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The great Libyan poet Khaled Mattawa reads ‘After 42 Years’ – his reflection on the fall of the tyrant.

Written by Robin Yassin-Kassab

October 30, 2011 at 5:46 pm

Posted in Libya

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Benghazi: The Uprising

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Some very silly ‘information sheets’ have been doing the rounds on Facebook  and elsewhere. They purport to show how wonderful Libya was under dictatorship, how generous Qaddafi was in building a limited welfare state. The people who produce such propaganda are infantile leftists (that wonderfully apt phrase was first used by Lenin) – that’s why they don’t produce similar propaganda on behalf of the royal dictators in the Gulf, although the Gulf dictatorships have also built welfare states, much better ones, in fact, than Qaddafi’s. Libya is a vast lake of high quality oil. Libyans should be as rich as Emiratis or Kuwaitis. The reality is that much of Libya is poor, and that if a Libyan needed a major operation he had to travel to Tunisia, a much poorer country. And the oil wealth is a gift of God or nature, not of Qaddafi. The only thing Qaddafi gifted to the Libyan people was death.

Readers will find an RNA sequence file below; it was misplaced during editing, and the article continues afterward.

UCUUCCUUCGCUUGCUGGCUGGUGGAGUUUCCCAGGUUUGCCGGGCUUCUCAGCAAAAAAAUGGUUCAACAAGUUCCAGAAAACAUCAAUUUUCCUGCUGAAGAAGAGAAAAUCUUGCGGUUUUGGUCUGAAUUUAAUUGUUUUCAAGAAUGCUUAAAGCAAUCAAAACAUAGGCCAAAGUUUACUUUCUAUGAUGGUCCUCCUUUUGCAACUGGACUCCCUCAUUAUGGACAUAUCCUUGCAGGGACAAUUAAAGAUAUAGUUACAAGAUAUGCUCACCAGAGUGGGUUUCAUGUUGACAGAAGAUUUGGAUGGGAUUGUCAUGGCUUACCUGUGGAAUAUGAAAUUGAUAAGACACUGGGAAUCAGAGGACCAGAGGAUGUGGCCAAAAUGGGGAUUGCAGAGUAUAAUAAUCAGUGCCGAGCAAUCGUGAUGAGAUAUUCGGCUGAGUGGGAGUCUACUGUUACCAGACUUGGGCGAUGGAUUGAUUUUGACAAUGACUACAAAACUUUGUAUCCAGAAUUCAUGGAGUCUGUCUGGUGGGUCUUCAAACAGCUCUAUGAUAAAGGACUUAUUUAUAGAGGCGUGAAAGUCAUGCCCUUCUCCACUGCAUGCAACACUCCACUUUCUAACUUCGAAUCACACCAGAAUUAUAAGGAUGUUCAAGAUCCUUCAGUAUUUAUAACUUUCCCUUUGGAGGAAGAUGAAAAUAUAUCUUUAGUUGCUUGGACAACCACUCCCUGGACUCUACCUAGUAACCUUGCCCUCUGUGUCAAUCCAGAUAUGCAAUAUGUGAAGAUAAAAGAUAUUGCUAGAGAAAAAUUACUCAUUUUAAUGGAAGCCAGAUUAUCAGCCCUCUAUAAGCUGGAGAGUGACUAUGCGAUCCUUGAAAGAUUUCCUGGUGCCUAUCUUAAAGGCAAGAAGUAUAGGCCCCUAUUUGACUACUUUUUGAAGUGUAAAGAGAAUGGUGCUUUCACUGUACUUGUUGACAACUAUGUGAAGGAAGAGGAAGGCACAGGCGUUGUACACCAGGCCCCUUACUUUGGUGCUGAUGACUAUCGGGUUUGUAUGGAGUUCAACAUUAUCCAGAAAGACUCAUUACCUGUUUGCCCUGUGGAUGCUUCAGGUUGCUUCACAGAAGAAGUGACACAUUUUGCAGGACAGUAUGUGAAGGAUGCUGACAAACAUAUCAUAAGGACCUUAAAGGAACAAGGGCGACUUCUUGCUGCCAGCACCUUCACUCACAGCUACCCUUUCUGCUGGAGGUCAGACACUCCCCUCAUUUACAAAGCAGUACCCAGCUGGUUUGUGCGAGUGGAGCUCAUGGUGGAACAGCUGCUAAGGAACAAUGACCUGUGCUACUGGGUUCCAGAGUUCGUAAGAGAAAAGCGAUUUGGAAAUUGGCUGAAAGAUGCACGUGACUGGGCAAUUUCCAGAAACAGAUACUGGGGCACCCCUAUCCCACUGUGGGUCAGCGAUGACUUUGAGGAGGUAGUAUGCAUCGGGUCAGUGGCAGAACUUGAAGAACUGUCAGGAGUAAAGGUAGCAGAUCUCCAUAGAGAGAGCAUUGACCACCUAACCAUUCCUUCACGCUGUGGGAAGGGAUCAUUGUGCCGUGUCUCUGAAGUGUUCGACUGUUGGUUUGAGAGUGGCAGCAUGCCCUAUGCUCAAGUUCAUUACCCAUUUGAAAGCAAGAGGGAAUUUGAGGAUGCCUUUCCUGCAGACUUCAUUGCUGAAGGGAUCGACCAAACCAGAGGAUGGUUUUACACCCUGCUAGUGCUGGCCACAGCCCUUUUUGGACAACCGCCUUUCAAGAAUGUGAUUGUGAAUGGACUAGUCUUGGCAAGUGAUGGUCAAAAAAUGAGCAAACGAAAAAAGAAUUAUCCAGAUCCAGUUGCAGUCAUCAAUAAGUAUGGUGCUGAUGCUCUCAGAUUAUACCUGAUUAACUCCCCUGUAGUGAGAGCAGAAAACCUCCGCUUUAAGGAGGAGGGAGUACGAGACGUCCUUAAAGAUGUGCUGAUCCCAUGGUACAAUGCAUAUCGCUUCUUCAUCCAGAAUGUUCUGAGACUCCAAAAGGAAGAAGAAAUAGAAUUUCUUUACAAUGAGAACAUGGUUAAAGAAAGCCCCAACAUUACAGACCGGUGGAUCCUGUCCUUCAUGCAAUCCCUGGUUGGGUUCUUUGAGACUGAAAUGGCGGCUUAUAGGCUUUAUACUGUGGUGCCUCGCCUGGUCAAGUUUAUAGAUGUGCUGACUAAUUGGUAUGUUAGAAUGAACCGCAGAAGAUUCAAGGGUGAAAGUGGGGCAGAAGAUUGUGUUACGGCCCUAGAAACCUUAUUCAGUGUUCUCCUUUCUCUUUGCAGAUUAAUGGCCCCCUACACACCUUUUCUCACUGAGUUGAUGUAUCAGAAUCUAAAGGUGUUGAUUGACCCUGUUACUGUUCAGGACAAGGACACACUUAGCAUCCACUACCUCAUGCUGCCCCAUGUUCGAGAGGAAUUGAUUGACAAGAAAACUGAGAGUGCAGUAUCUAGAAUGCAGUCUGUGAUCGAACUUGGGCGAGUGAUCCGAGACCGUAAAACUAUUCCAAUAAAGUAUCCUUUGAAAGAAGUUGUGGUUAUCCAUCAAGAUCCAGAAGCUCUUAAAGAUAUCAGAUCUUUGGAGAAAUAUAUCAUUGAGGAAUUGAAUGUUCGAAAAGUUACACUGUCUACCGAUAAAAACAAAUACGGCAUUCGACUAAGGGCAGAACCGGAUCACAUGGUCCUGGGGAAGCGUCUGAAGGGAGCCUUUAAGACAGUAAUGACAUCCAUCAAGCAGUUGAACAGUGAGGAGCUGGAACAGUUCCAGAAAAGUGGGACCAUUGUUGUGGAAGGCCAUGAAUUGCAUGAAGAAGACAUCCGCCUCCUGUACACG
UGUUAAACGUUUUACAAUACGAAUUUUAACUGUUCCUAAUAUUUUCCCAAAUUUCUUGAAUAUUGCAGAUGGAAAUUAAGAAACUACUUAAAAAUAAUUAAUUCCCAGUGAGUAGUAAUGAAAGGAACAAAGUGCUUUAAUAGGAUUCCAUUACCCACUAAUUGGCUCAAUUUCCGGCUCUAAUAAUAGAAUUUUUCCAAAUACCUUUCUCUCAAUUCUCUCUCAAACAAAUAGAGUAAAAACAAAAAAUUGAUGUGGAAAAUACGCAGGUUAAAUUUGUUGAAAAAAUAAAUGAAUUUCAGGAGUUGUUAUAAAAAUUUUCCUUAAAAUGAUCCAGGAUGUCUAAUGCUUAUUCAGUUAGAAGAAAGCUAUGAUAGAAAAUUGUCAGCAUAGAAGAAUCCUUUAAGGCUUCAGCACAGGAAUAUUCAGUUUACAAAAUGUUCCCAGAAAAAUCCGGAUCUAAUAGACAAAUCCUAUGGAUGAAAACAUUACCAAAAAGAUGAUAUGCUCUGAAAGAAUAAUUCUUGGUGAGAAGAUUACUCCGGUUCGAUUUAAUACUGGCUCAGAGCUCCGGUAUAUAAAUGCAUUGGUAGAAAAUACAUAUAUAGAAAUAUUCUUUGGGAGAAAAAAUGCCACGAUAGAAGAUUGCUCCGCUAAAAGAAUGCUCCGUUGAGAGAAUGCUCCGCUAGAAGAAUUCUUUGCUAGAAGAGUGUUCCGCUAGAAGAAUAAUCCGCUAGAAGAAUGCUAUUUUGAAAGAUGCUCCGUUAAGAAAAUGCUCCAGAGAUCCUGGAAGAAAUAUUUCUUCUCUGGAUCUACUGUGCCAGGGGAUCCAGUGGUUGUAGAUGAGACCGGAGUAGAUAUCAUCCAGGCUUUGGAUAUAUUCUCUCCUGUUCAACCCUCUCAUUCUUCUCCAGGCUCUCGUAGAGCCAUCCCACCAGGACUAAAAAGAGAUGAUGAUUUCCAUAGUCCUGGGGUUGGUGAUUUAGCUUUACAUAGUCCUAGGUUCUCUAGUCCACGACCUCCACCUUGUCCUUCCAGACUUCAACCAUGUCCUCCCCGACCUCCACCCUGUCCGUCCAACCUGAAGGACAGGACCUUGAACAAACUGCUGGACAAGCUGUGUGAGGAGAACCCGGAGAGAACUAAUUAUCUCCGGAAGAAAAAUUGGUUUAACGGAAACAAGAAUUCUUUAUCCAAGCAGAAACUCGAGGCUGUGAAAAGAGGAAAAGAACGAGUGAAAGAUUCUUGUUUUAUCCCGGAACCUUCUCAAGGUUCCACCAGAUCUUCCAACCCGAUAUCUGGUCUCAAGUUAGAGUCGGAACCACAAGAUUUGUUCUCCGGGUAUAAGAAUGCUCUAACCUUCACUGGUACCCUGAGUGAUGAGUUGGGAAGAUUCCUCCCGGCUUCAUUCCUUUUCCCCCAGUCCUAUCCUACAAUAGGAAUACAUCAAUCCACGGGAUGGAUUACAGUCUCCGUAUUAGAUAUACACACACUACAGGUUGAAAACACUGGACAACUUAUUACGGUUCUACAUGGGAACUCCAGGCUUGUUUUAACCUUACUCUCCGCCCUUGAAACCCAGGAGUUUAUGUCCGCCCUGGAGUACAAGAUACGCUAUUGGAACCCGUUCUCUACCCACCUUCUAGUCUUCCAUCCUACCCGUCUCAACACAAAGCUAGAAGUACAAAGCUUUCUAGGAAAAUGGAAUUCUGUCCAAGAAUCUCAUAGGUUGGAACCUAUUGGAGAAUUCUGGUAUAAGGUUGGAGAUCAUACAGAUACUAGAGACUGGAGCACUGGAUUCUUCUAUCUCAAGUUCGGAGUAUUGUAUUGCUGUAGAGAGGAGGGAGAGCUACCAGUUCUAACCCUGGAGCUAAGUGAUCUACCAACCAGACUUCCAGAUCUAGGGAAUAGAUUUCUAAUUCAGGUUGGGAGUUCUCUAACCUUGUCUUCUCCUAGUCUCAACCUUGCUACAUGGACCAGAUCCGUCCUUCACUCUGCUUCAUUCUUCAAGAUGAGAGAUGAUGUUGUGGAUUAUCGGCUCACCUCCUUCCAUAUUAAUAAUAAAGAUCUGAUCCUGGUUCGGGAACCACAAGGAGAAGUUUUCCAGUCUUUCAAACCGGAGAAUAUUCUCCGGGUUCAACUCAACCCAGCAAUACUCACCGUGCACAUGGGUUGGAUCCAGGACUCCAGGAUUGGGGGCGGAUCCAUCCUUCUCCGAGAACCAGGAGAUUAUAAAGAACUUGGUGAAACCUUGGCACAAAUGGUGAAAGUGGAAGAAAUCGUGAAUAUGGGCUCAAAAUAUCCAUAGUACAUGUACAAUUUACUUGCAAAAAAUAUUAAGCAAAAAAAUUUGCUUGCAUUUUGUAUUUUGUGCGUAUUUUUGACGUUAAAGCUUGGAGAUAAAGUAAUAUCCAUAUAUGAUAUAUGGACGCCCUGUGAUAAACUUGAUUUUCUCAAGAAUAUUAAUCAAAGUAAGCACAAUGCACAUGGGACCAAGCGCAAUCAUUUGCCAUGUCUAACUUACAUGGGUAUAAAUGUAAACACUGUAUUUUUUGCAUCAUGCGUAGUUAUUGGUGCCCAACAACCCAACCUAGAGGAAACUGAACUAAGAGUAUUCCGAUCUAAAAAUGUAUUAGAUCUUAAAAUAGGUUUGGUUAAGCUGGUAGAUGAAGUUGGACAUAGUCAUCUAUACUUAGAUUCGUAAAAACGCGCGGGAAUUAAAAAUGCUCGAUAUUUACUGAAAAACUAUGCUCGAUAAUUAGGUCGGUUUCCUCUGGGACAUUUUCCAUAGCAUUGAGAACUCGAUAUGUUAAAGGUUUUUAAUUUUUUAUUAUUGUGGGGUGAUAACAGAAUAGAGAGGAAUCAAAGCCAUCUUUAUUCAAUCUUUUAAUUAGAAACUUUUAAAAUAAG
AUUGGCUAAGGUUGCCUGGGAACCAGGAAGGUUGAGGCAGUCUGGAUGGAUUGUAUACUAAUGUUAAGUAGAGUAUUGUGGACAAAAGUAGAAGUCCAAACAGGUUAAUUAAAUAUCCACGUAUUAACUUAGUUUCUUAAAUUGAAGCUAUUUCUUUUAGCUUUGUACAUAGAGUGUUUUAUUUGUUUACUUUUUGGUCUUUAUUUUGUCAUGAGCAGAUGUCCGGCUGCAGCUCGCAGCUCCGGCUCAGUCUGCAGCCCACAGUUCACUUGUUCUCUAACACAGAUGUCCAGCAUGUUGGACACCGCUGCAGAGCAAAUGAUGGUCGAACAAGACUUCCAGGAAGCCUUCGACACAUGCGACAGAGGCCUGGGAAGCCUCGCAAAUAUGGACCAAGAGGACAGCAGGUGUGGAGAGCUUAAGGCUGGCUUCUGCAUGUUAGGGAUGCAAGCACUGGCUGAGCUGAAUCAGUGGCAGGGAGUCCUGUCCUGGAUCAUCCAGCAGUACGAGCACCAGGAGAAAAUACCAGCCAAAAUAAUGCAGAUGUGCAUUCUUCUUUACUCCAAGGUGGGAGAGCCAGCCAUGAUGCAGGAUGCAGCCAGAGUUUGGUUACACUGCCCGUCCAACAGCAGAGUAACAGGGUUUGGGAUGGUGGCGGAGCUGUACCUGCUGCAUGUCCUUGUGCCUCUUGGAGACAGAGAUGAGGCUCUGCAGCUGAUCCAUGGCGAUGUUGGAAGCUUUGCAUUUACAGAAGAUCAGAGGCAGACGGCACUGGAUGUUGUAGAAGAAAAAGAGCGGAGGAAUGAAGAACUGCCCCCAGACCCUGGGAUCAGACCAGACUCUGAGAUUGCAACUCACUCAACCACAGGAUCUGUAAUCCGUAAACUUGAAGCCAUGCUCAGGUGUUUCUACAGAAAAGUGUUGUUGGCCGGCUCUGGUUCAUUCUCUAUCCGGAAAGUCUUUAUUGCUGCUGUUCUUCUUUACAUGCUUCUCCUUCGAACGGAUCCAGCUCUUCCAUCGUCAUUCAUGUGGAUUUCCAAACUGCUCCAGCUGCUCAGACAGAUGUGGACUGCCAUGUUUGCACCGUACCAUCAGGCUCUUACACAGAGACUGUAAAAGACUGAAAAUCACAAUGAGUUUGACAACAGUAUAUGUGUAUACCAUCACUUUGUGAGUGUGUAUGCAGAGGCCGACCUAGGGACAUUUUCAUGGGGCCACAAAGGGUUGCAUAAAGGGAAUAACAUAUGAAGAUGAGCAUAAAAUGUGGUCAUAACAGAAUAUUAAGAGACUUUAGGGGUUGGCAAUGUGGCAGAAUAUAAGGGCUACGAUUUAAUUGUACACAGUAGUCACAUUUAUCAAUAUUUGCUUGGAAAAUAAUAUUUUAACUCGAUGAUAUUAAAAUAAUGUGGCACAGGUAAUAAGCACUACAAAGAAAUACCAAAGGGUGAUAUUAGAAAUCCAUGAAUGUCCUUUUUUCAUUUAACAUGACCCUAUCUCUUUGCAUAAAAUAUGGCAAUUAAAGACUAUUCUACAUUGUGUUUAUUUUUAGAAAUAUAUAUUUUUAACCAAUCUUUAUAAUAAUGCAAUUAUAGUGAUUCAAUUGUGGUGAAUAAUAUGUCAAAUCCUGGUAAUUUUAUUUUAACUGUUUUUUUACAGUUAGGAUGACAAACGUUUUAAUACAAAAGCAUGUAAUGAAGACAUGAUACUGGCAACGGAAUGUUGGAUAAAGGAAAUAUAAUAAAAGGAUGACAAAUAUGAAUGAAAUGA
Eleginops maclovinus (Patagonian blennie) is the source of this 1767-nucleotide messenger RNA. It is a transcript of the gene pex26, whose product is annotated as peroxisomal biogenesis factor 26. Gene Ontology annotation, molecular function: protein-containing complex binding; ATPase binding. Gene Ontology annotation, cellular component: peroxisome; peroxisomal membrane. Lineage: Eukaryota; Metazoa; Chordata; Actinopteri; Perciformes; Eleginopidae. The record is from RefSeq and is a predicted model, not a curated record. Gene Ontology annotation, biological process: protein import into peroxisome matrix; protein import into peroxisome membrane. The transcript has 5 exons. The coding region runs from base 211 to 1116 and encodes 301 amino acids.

It’s wise to be suspicious of Britain, France and Qatar and to resist the ‘humanitarian intervention’ propaganda. Every state acts according to perceived interests, not according to moral principles. But there’s nothing wise or intelligent in opposing a revolution and insulting a revolutionary people because they choose to accept help from outside rather than die. The more repulsive armchair revolutionaries (almost all of them Western) are calling the heroic Libyan people ‘quislings’ and ‘traitors’ and imagining an alternative reality in which the revolution was begun by Western agents provocateurs. The film below is a timely reminder of how the revolution started in Benghazi – with the blood of martyrs. (I wish the Iran regime-controlled Press TV was also capable of broadcasting sensible documentaries on Syria).

Written by Robin Yassin-Kassab

October 30, 2011 at 5:32 pm

Posted in Libya